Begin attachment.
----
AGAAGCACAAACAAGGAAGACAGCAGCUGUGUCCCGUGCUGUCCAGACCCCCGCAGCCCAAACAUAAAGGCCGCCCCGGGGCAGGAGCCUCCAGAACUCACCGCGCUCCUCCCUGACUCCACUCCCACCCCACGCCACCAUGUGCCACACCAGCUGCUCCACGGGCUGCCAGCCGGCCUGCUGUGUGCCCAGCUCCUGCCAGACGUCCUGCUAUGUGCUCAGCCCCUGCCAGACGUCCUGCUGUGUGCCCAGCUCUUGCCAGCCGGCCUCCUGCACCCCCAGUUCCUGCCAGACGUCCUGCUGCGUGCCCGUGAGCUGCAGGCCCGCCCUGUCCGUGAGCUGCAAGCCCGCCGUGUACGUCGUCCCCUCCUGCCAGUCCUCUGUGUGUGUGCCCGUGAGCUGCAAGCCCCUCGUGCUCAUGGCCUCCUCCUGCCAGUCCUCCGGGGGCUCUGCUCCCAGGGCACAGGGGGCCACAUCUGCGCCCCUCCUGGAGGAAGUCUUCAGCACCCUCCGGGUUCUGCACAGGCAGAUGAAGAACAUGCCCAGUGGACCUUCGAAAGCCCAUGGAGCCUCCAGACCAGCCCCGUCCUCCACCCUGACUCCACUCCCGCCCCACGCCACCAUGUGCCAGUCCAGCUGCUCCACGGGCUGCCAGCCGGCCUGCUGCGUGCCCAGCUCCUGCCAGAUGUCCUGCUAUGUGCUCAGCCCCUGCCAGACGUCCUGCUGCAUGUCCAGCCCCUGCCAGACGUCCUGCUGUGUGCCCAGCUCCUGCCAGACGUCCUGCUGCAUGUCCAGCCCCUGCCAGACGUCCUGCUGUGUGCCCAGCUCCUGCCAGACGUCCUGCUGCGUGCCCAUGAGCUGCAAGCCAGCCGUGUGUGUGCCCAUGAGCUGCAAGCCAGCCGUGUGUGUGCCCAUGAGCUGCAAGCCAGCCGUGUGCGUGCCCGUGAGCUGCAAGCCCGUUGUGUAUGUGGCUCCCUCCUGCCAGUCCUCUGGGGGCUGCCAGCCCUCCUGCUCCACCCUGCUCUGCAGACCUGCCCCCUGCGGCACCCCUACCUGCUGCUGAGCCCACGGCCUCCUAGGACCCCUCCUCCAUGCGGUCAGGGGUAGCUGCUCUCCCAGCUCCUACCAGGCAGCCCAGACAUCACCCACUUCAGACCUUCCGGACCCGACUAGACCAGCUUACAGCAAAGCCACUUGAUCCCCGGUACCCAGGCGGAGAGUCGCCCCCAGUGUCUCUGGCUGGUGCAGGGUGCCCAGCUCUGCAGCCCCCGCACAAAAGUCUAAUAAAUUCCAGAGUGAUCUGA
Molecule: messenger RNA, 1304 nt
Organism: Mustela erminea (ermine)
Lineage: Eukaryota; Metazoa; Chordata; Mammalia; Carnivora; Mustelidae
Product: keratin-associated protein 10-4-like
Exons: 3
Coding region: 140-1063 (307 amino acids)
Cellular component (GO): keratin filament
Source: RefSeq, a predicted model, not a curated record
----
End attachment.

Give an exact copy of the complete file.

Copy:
AGAAGCACAAACAAGGAAGACAGCAGCUGUGUCCCGUGCUGUCCAGACCCCCGCAGCCCAAACAUAAAGGCCGCCCCGGGGCAGGAGCCUCCAGAACUCACCGCGCUCCUCCCUGACUCCACUCCCACCCCACGCCACCAUGUGCCACACCAGCUGCUCCACGGGCUGCCAGCCGGCCUGCUGUGUGCCCAGCUCCUGCCAGACGUCCUGCUAUGUGCUCAGCCCCUGCCAGACGUCCUGCUGUGUGCCCAGCUCUUGCCAGCCGGCCUCCUGCACCCCCAGUUCCUGCCAGACGUCCUGCUGCGUGCCCGUGAGCUGCAGGCCCGCCCUGUCCGUGAGCUGCAAGCCCGCCGUGUACGUCGUCCCCUCCUGCCAGUCCUCUGUGUGUGUGCCCGUGAGCUGCAAGCCCCUCGUGCUCAUGGCCUCCUCCUGCCAGUCCUCCGGGGGCUCUGCUCCCAGGGCACAGGGGGCCACAUCUGCGCCCCUCCUGGAGGAAGUCUUCAGCACCCUCCGGGUUCUGCACAGGCAGAUGAAGAACAUGCCCAGUGGACCUUCGAAAGCCCAUGGAGCCUCCAGACCAGCCCCGUCCUCCACCCUGACUCCACUCCCGCCCCACGCCACCAUGUGCCAGUCCAGCUGCUCCACGGGCUGCCAGCCGGCCUGCUGCGUGCCCAGCUCCUGCCAGAUGUCCUGCUAUGUGCUCAGCCCCUGCCAGACGUCCUGCUGCAUGUCCAGCCCCUGCCAGACGUCCUGCUGUGUGCCCAGCUCCUGCCAGACGUCCUGCUGCAUGUCCAGCCCCUGCCAGACGUCCUGCUGUGUGCCCAGCUCCUGCCAGACGUCCUGCUGCGUGCCCAUGAGCUGCAAGCCAGCCGUGUGUGUGCCCAUGAGCUGCAAGCCAGCCGUGUGUGUGCCCAUGAGCUGCAAGCCAGCCGUGUGCGUGCCCGUGAGCUGCAAGCCCGUUGUGUAUGUGGCUCCCUCCUGCCAGUCCUCUGGGGGCUGCCAGCCCUCCUGCUCCACCCUGCUCUGCAGACCUGCCCCCUGCGGCACCCCUACCUGCUGCUGAGCCCACGGCCUCCUAGGACCCCUCCUCCAUGCGGUCAGGGGUAGCUGCUCUCCCAGCUCCUACCAGGCAGCCCAGACAUCACCCACUUCAGACCUUCCGGACCCGACUAGACCAGCUUACAGCAAAGCCACUUGAUCCCCGGUACCCAGGCGGAGAGUCGCCCCCAGUGUCUCUGGCUGGUGCAGGGUGCCCAGCUCUGCAGCCCCCGCACAAAAGUCUAAUAAAUUCCAGAGUGAUCUGA
Molecule: messenger RNA, 1304 nt
Organism: Mustela erminea (ermine)
Lineage: Eukaryota; Metazoa; Chordata; Mammalia; Carnivora; Mustelidae
Product: keratin-associated protein 10-4-like
Exons: 3
Coding region: 140-1063 (307 amino acids)
Cellular component (GO): keratin filament
Source: RefSeq, a predicted model, not a curated record